The above figures are derived from various sources, mostly official documents. Obviously, the best source for figures on the German Army are in the papers of the German Ministry of War which were captured by the American Army in 1945. At the order of the Secretary of War (Stimson) these archives were studied from this point of view by Major General C.F. Robinson. General Robinson's report, dated 15 October, 1947, is available under the title Foreign Logistical Organizations and Methods (210 pages). At the time I saw this, it was a classified document, and, even now, you may have difficulty obtaining a copy. If so, you will find its contents on this topic summarized in B. Kain's "Germany's Preparation for War," American Economic Review XXXVIII (March 1948), pp. 56-77. These figures on the relative strengths of the German and French armies have recently been supported completely by the French parliamentary investigation into the causes of the 1940 defeat. That the British government was familiar with the situation clear from the recently published papers of the Foreign Office of Great Britain, E.L. Woodward, ed., Documents on British Foreign Policy, 1919-1939, third series, 5 volumes so far published covering 1937-1939. Nevertheless, at that time and since, prominent British political personages such as Lord Halifax, Churchill, and J. Wheeler-Bennett have tried to convey the impression that Germany had overwhelming military force in 1937-1940. This impression has, unfortunately, been generally accepted in America. From the published British documents we can see that the British military attachés in Paris and in Prague protested at the time against this misrepresentation. The most influential element in this campaign of misrepresentation was a statement from Charles A. Lindbergh, issued in Paris at the height of the Czechoslovak crisis, that Germany had 8,000 military planes and could build 1,500 a month. We now know that Germany at that time had 1,500 planes, had built 280 a month in 1938, and had abandoned all plans to bomb London even in a full-scale war because of lack of planes and distance from the target. Lindbergh repeated his talk of woe in London, and the British Government drove its own people to the verge of hysteria by frantically distributing gas-masks, digging worthless slit-trenches in London parks, and releasing rumors of a grave lack of aircraft defenses. Although Lord Halifax, Churchill, and others were informed, about 5 September, 1938, by representatives of the German General Staff and of the German Foreign Office that Hitler would be assassinated by them as soon as he gave the order to attack Czechoslovakia, the British yielded to Hitler and sent ultimatums to Czechoslovakia, to do the the same (See Documents, II, Appendix, and H. Rothfels, The German Opposition to Hitler, Hinsdale, Illinois, 1948, pp. 58-63 and elsewhere). The assassination plot, accordingly, was cancelled at noon on 28 September, 1938. Winston Churchill has continually misrepresented the degree of German armaments and was challenged on this issue by Hanson Baldwin, military critic of The New York Times in that paper on 9 May, 1938. J.W. Wheeler-Bennett in his book, Munich (New York, 1948), says, "By the close of 1937 Germany's preparedness for war was complete... Her rearmament had reached its apogée and could hold that peak level for a certain time..." etc., etc. Mr. Wheeler-Bennett, Britain's outstanding authority on international documentation, was a high official in the Intelligence Department of the Foreign Office during the War, and was, when he wrote his book, the British editor of the captured archives of the German Foreign Ministry. His statements, so far as I know, have never been publicly challenged, and his book is widely accepted as a standard work today. Its interpretation is not supported by the documents which have been published since he wrote, including those published by his organization under the title Documents on German Foreign Policy, 1918-1945, from the Archives of the German Foreign Ministry. Volume II, Germany and Czechoslovakia, 1937-1938, (Washington, 1950).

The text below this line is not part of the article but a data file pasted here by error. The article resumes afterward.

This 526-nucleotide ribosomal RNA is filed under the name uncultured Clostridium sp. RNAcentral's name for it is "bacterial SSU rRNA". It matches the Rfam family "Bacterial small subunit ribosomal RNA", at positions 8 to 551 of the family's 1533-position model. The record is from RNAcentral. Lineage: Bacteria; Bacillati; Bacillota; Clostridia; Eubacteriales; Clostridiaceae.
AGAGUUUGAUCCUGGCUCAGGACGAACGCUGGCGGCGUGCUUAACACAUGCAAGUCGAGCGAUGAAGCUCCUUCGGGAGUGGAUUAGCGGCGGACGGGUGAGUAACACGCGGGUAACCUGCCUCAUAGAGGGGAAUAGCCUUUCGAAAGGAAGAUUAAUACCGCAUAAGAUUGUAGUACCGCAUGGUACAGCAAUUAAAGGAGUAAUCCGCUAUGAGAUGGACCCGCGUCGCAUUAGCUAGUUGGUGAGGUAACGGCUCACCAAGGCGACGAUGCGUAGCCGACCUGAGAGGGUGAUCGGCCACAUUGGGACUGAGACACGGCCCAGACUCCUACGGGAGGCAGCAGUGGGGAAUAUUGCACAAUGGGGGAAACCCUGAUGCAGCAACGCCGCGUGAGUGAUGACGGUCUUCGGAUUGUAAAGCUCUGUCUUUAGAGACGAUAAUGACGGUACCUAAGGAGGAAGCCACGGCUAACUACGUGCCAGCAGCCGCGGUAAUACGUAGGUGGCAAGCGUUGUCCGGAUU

The Czechs did not resist in September 1938, as a consequence of a series of ultimatums from London and Paris which stated that if they did not yield they would fight alone. Benes was apparently afraid that if he resisted, he would be supported by Russia; would be attacked simultaneously by Germany, Hungary, and Poland; would be denounced as "a spear-head of Bolshevism in Central Europe" (as he was even after he yielded); and that Britain and France would send aid to Germany to order to drive Germany into a war with the Soviet Union. Since Britain and France did try to attack Russia in January-February, 1940 (at a time when they were technically at war with Germany) and were prevented only by Swedish resistance, there may have been some validity in Benes' fears. On this last point see the documents published by the Swedish Foreign Ministry Forspelet till det tyska angreppet pa Danmark ich Norge den 9 April 1940 (Stockholm, 1947) pp. 153 and 235-236. My own opinion is that if Benes had resisted Germany in 1938 and Germany had attacked, either Hitler would have been removed by his generals or public opinion in France and England would have forced these governments to declare war on Germany. However, none of us knows what might have happened. I assure you it is difficult enough, in the face of propaganda from all sides, to determine what did happen.


Carroll Quigley



Scans of original